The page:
Nurses see the failings of the current system first-hand. In recent years, advocacy groups spearheaded by registered nurses have been campaigning for fairer healthcare provisions for all Americans. These nurses see universal healthcare as a way of ensuring that all Americans have access to treatment no matter what their financial situation. The involvement of active nurses in these campaigns is very important indeed. They are the most trusted professionals in the United States of America, and have first-hand experience of the healthcare system’s pitfalls. They carry real political power.
Nurses Do and Have Fought Racism
Nursing has always been a very diverse sector in the United States. People from all races have flocked towards nursing due the appeal of a caring, stable field of work. Despite the diversity of the sector, the racism that has affected wider society has also deeply affected nurses and their patients. Nurses have been key activists fighting for racial equality and as a result of their necessity to a healthy society have often managed to achieve wonderful results.
The Virginian nurse Adah Belle Thoms was a key nurse activist in the early 20th century. A talented caregiver and educator, she was appalled by the ways in which racism and racist segregation prevented African American nurses from holding senior positions or attending top educational facilities. In 1908, Thoms co-founded the National Association For Colored Graduate Nurses. This organization was formed with the express aim of achieving the full integration of black women into the nursing profession. Thoms also had a hand in the integration of the military nursing service during World War One. It is notable that this desegregation happened far earlier than the desegregation of male soldiers.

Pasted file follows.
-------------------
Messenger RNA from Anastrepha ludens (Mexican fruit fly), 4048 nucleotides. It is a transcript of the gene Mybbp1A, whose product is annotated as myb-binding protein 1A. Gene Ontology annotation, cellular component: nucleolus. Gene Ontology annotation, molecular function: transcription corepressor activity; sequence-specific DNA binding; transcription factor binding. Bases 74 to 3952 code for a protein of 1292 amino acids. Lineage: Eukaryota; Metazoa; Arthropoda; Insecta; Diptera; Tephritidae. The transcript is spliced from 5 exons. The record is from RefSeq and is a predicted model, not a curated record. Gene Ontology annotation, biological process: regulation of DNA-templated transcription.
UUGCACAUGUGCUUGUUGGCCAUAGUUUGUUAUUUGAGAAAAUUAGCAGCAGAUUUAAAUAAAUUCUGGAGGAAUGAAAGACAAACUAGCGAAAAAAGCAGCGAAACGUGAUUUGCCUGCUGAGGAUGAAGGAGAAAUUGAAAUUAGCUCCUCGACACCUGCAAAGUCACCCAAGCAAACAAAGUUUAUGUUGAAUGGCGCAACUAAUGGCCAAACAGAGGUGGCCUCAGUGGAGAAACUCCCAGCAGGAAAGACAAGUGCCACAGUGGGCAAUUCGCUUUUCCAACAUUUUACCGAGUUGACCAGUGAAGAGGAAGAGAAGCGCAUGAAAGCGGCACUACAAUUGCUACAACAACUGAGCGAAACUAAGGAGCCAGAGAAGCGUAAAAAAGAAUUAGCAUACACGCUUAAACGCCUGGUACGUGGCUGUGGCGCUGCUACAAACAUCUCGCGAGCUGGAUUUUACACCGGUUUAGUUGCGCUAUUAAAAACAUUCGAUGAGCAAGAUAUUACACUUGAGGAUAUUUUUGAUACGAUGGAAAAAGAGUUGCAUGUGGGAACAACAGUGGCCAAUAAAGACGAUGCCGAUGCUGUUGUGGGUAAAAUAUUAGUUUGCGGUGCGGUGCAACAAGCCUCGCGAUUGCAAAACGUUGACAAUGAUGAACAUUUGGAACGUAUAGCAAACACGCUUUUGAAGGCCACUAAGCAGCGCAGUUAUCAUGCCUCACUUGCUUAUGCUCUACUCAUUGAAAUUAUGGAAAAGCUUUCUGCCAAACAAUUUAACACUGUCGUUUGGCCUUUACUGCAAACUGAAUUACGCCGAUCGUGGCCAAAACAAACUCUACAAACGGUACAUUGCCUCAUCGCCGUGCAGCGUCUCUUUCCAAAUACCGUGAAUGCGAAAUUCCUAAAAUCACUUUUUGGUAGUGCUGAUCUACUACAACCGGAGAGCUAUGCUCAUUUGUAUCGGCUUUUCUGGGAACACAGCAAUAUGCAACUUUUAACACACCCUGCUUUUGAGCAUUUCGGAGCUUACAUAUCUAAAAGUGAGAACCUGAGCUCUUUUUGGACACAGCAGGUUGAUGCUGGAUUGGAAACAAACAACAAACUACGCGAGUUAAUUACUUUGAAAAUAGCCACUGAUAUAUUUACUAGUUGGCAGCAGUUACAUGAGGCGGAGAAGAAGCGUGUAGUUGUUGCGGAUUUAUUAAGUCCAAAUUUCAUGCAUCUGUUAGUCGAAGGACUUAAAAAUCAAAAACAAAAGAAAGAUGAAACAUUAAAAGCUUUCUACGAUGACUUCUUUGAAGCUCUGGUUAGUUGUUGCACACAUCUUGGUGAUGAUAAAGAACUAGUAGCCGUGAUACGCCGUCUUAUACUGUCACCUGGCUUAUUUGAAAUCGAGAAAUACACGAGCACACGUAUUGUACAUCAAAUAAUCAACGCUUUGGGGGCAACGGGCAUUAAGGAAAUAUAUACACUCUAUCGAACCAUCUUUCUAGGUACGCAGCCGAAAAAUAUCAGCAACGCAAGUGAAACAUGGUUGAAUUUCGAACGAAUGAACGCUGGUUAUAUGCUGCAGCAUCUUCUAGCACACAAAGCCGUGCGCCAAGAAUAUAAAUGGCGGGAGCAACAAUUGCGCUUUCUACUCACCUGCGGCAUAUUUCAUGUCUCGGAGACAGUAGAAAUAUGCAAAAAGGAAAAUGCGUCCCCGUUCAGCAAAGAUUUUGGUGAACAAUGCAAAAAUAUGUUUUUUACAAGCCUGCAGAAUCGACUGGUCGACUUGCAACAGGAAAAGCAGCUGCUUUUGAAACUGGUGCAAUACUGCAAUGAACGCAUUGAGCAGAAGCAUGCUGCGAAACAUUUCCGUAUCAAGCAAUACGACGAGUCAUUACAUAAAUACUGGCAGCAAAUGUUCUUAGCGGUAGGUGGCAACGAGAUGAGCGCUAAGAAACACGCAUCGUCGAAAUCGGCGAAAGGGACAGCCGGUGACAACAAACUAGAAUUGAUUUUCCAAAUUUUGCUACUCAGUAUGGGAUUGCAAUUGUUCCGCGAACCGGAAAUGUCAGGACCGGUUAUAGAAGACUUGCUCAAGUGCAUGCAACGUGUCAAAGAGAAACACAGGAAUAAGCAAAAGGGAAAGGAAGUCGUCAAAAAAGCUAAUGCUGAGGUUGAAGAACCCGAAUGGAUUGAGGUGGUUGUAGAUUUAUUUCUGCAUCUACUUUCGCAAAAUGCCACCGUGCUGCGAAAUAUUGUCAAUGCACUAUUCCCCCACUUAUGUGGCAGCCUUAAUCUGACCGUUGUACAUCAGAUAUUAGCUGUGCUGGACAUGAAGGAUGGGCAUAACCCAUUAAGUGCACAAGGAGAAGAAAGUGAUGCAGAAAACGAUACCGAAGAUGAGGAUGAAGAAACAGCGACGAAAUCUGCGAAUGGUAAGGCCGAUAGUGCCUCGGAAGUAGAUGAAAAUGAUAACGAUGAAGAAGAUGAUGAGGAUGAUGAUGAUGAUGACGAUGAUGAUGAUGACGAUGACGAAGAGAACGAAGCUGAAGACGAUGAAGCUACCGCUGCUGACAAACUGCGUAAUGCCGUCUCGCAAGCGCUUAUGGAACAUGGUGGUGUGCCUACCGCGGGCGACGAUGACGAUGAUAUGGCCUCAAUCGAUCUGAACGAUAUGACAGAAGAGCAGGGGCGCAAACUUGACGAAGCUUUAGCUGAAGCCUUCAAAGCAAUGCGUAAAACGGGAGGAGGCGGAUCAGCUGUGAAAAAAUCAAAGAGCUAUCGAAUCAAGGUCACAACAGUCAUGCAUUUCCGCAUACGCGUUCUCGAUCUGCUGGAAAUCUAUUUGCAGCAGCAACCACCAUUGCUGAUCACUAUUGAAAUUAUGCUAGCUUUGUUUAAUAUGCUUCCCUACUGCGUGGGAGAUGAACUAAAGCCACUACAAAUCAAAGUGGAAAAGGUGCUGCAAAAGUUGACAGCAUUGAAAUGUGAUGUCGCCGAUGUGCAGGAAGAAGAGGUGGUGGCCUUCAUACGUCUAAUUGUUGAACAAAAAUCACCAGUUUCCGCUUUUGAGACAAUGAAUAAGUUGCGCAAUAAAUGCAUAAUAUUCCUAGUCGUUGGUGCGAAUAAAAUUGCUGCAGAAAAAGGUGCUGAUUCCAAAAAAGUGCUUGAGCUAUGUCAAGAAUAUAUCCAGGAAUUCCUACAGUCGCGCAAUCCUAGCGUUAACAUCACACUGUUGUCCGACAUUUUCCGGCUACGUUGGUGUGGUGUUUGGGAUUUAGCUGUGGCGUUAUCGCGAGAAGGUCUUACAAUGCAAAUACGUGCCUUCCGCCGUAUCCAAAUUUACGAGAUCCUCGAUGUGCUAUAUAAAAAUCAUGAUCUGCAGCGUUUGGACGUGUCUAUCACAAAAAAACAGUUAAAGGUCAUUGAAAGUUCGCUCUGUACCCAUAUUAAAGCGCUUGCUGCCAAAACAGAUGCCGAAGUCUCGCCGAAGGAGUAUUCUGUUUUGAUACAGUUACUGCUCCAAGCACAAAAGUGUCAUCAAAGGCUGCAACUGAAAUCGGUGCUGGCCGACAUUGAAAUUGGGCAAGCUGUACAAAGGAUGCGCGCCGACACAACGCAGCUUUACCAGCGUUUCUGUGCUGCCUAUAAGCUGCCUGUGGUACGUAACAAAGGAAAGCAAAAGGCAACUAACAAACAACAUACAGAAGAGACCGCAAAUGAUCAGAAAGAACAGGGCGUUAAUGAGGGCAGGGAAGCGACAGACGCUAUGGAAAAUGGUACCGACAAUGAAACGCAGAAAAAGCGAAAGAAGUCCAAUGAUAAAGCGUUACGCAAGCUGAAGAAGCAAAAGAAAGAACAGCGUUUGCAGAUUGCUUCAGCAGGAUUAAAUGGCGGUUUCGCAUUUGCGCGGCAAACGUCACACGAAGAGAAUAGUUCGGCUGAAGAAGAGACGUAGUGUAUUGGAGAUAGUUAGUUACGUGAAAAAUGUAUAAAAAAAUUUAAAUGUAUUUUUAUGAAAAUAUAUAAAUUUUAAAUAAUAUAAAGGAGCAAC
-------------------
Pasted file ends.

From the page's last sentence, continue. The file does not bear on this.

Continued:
Now there are no legal restrictions and anyone wanting to can become a nurse in Virginia, but nurses are still key anti-racism activists.
Nurses were Key Warriors for Suffrage and still Fight for Women’s Rights
Although it is possible to become a nurse no matter what gender you belong to, the field has traditionally been associated with women. This may be because the profession evolved in Europe from female religious orders, and because nursing was associated with maternalistic instincts and care.
The fact that so many nurses – absolutely essential workers – have traditionally been female has enabled nurses to exert a political power that was denied to most women historically. Nurses in America were some of the most powerful and effective activists campaigning for universal suffrage – the right to vote. Nurses remain powerful advocates for female rights to this day. For 150 years, the nursing profession, in its caring role, has been intrinsically linked with the fight against sexist oppression.
Women still make up around 85 percent of the nursing population according to the United States Census Bureau. The kind of nursing jobs held by women is changing, with women holding a more even percentage of senior and high paid nursing roles than ever before.